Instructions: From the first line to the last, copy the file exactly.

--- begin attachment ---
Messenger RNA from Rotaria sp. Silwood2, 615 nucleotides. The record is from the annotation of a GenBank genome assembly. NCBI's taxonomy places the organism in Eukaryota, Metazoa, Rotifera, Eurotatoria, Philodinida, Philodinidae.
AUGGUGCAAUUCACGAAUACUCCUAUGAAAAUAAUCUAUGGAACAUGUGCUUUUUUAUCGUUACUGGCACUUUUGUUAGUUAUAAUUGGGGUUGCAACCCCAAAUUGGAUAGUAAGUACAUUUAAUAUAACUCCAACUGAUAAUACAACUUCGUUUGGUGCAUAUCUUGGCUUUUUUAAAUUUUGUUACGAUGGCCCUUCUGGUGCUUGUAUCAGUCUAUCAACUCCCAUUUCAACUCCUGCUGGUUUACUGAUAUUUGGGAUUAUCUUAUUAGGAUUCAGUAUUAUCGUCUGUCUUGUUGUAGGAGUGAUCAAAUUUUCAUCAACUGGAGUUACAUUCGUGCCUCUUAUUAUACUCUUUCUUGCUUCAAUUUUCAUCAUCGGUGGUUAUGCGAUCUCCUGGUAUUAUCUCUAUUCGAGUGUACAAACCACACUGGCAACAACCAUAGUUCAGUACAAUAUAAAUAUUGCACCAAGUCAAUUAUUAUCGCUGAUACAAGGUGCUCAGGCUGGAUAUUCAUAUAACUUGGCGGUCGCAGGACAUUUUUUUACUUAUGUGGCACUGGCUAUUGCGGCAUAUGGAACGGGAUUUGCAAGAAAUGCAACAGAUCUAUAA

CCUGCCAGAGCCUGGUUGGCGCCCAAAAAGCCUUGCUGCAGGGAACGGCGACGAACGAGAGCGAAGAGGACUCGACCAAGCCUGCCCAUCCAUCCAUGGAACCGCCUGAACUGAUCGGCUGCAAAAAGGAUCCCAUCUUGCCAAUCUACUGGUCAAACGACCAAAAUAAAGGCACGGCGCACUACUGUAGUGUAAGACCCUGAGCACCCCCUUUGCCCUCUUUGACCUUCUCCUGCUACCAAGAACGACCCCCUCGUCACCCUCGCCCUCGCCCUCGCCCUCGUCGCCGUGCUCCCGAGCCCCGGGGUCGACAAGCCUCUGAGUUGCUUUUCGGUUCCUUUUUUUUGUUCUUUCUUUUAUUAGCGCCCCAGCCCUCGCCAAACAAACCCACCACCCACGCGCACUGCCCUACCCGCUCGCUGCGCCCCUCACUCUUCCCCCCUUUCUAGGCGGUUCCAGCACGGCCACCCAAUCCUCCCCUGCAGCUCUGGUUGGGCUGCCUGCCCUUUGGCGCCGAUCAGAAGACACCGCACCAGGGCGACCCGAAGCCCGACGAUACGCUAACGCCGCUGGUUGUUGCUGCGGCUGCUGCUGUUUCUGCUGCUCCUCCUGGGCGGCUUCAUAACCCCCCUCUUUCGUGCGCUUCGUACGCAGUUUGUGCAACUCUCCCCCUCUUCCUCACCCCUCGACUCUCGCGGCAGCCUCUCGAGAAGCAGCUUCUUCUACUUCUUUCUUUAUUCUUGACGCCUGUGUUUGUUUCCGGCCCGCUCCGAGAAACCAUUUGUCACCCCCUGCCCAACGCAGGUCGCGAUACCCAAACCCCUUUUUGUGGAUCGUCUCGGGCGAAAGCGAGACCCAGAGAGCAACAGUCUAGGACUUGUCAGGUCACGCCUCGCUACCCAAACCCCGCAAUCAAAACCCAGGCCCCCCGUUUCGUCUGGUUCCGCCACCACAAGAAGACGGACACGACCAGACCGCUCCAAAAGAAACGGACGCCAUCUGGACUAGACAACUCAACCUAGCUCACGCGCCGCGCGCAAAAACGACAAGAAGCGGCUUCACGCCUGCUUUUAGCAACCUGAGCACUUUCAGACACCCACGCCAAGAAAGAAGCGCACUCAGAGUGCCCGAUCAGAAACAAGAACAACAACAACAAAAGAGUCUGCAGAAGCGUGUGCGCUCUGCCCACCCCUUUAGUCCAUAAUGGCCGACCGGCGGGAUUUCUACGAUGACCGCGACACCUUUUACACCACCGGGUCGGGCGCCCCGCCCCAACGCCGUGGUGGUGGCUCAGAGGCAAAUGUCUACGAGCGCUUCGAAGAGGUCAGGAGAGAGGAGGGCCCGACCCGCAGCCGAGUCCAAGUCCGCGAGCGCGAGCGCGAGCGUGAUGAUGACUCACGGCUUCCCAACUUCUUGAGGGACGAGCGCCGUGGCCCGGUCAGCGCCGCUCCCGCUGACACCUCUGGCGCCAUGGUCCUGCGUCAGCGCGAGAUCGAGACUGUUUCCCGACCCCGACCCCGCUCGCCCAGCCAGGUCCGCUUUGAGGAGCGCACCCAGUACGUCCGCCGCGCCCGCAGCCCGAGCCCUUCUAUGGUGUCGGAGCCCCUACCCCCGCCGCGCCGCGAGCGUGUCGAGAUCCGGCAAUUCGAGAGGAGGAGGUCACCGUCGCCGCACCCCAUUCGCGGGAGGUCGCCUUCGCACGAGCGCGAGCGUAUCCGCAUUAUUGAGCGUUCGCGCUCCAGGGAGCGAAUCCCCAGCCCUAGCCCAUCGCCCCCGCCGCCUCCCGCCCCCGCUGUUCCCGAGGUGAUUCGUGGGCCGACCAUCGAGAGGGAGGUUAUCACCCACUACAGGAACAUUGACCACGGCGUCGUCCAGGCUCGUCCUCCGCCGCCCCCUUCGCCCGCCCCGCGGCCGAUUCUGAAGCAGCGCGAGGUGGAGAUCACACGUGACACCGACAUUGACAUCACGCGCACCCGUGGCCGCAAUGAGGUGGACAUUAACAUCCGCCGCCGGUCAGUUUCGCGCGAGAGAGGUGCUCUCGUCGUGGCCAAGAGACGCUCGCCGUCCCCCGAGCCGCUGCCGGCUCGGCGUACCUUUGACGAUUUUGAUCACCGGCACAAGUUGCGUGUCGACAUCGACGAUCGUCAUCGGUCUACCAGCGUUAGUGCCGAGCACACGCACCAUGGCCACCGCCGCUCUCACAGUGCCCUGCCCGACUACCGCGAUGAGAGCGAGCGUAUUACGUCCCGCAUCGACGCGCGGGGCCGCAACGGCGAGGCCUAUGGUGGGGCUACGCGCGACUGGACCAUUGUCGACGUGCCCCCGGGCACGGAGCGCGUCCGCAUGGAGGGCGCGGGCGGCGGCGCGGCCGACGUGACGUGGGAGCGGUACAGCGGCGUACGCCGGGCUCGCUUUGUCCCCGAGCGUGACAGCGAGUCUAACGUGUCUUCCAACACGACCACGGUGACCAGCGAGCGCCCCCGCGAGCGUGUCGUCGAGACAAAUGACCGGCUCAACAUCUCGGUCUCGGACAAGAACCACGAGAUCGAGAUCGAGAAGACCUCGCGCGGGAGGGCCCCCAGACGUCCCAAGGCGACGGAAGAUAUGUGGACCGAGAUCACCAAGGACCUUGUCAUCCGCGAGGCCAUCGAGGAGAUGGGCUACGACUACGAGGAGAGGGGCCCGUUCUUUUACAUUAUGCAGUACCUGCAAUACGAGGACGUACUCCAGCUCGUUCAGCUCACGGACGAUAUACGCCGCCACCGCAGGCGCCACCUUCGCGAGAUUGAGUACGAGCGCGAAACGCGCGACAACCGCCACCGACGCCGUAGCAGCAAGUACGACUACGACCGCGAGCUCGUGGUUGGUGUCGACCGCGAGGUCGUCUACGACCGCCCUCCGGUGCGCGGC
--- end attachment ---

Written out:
Messenger RNA from Rotaria sp. Silwood2, 615 nucleotides. The record is from the annotation of a GenBank genome assembly. NCBI's taxonomy places the organism in Eukaryota, Metazoa, Rotifera, Eurotatoria, Philodinida, Philodinidae.
AUGGUGCAAUUCACGAAUACUCCUAUGAAAAUAAUCUAUGGAACAUGUGCUUUUUUAUCGUUACUGGCACUUUUGUUAGUUAUAAUUGGGGUUGCAACCCCAAAUUGGAUAGUAAGUACAUUUAAUAUAACUCCAACUGAUAAUACAACUUCGUUUGGUGCAUAUCUUGGCUUUUUUAAAUUUUGUUACGAUGGCCCUUCUGGUGCUUGUAUCAGUCUAUCAACUCCCAUUUCAACUCCUGCUGGUUUACUGAUAUUUGGGAUUAUCUUAUUAGGAUUCAGUAUUAUCGUCUGUCUUGUUGUAGGAGUGAUCAAAUUUUCAUCAACUGGAGUUACAUUCGUGCCUCUUAUUAUACUCUUUCUUGCUUCAAUUUUCAUCAUCGGUGGUUAUGCGAUCUCCUGGUAUUAUCUCUAUUCGAGUGUACAAACCACACUGGCAACAACCAUAGUUCAGUACAAUAUAAAUAUUGCACCAAGUCAAUUAUUAUCGCUGAUACAAGGUGCUCAGGCUGGAUAUUCAUAUAACUUGGCGGUCGCAGGACAUUUUUUUACUUAUGUGGCACUGGCUAUUGCGGCAUAUGGAACGGGAUUUGCAAGAAAUGCAACAGAUCUAUAA

CCUGCCAGAGCCUGGUUGGCGCCCAAAAAGCCUUGCUGCAGGGAACGGCGACGAACGAGAGCGAAGAGGACUCGACCAAGCCUGCCCAUCCAUCCAUGGAACCGCCUGAACUGAUCGGCUGCAAAAAGGAUCCCAUCUUGCCAAUCUACUGGUCAAACGACCAAAAUAAAGGCACGGCGCACUACUGUAGUGUAAGACCCUGAGCACCCCCUUUGCCCUCUUUGACCUUCUCCUGCUACCAAGAACGACCCCCUCGUCACCCUCGCCCUCGCCCUCGCCCUCGUCGCCGUGCUCCCGAGCCCCGGGGUCGACAAGCCUCUGAGUUGCUUUUCGGUUCCUUUUUUUUGUUCUUUCUUUUAUUAGCGCCCCAGCCCUCGCCAAACAAACCCACCACCCACGCGCACUGCCCUACCCGCUCGCUGCGCCCCUCACUCUUCCCCCCUUUCUAGGCGGUUCCAGCACGGCCACCCAAUCCUCCCCUGCAGCUCUGGUUGGGCUGCCUGCCCUUUGGCGCCGAUCAGAAGACACCGCACCAGGGCGACCCGAAGCCCGACGAUACGCUAACGCCGCUGGUUGUUGCUGCGGCUGCUGCUGUUUCUGCUGCUCCUCCUGGGCGGCUUCAUAACCCCCCUCUUUCGUGCGCUUCGUACGCAGUUUGUGCAACUCUCCCCCUCUUCCUCACCCCUCGACUCUCGCGGCAGCCUCUCGAGAAGCAGCUUCUUCUACUUCUUUCUUUAUUCUUGACGCCUGUGUUUGUUUCCGGCCCGCUCCGAGAAACCAUUUGUCACCCCCUGCCCAACGCAGGUCGCGAUACCCAAACCCCUUUUUGUGGAUCGUCUCGGGCGAAAGCGAGACCCAGAGAGCAACAGUCUAGGACUUGUCAGGUCACGCCUCGCUACCCAAACCCCGCAAUCAAAACCCAGGCCCCCCGUUUCGUCUGGUUCCGCCACCACAAGAAGACGGACACGACCAGACCGCUCCAAAAGAAACGGACGCCAUCUGGACUAGACAACUCAACCUAGCUCACGCGCCGCGCGCAAAAACGACAAGAAGCGGCUUCACGCCUGCUUUUAGCAACCUGAGCACUUUCAGACACCCACGCCAAGAAAGAAGCGCACUCAGAGUGCCCGAUCAGAAACAAGAACAACAACAACAAAAGAGUCUGCAGAAGCGUGUGCGCUCUGCCCACCCCUUUAGUCCAUAAUGGCCGACCGGCGGGAUUUCUACGAUGACCGCGACACCUUUUACACCACCGGGUCGGGCGCCCCGCCCCAACGCCGUGGUGGUGGCUCAGAGGCAAAUGUCUACGAGCGCUUCGAAGAGGUCAGGAGAGAGGAGGGCCCGACCCGCAGCCGAGUCCAAGUCCGCGAGCGCGAGCGCGAGCGUGAUGAUGACUCACGGCUUCCCAACUUCUUGAGGGACGAGCGCCGUGGCCCGGUCAGCGCCGCUCCCGCUGACACCUCUGGCGCCAUGGUCCUGCGUCAGCGCGAGAUCGAGACUGUUUCCCGACCCCGACCCCGCUCGCCCAGCCAGGUCCGCUUUGAGGAGCGCACCCAGUACGUCCGCCGCGCCCGCAGCCCGAGCCCUUCUAUGGUGUCGGAGCCCCUACCCCCGCCGCGCCGCGAGCGUGUCGAGAUCCGGCAAUUCGAGAGGAGGAGGUCACCGUCGCCGCACCCCAUUCGCGGGAGGUCGCCUUCGCACGAGCGCGAGCGUAUCCGCAUUAUUGAGCGUUCGCGCUCCAGGGAGCGAAUCCCCAGCCCUAGCCCAUCGCCCCCGCCGCCUCCCGCCCCCGCUGUUCCCGAGGUGAUUCGUGGGCCGACCAUCGAGAGGGAGGUUAUCACCCACUACAGGAACAUUGACCACGGCGUCGUCCAGGCUCGUCCUCCGCCGCCCCCUUCGCCCGCCCCGCGGCCGAUUCUGAAGCAGCGCGAGGUGGAGAUCACACGUGACACCGACAUUGACAUCACGCGCACCCGUGGCCGCAAUGAGGUGGACAUUAACAUCCGCCGCCGGUCAGUUUCGCGCGAGAGAGGUGCUCUCGUCGUGGCCAAGAGACGCUCGCCGUCCCCCGAGCCGCUGCCGGCUCGGCGUACCUUUGACGAUUUUGAUCACCGGCACAAGUUGCGUGUCGACAUCGACGAUCGUCAUCGGUCUACCAGCGUUAGUGCCGAGCACACGCACCAUGGCCACCGCCGCUCUCACAGUGCCCUGCCCGACUACCGCGAUGAGAGCGAGCGUAUUACGUCCCGCAUCGACGCGCGGGGCCGCAACGGCGAGGCCUAUGGUGGGGCUACGCGCGACUGGACCAUUGUCGACGUGCCCCCGGGCACGGAGCGCGUCCGCAUGGAGGGCGCGGGCGGCGGCGCGGCCGACGUGACGUGGGAGCGGUACAGCGGCGUACGCCGGGCUCGCUUUGUCCCCGAGCGUGACAGCGAGUCUAACGUGUCUUCCAACACGACCACGGUGACCAGCGAGCGCCCCCGCGAGCGUGUCGUCGAGACAAAUGACCGGCUCAACAUCUCGGUCUCGGACAAGAACCACGAGAUCGAGAUCGAGAAGACCUCGCGCGGGAGGGCCCCCAGACGUCCCAAGGCGACGGAAGAUAUGUGGACCGAGAUCACCAAGGACCUUGUCAUCCGCGAGGCCAUCGAGGAGAUGGGCUACGACUACGAGGAGAGGGGCCCGUUCUUUUACAUUAUGCAGUACCUGCAAUACGAGGACGUACUCCAGCUCGUUCAGCUCACGGACGAUAUACGCCGCCACCGCAGGCGCCACCUUCGCGAGAUUGAGUACGAGCGCGAAACGCGCGACAACCGCCACCGACGCCGUAGCAGCAAGUACGACUACGACCGCGAGCUCGUGGUUGGUGUCGACCGCGAGGUCGUCUACGACCGCCCUCCGGUGCGCGGC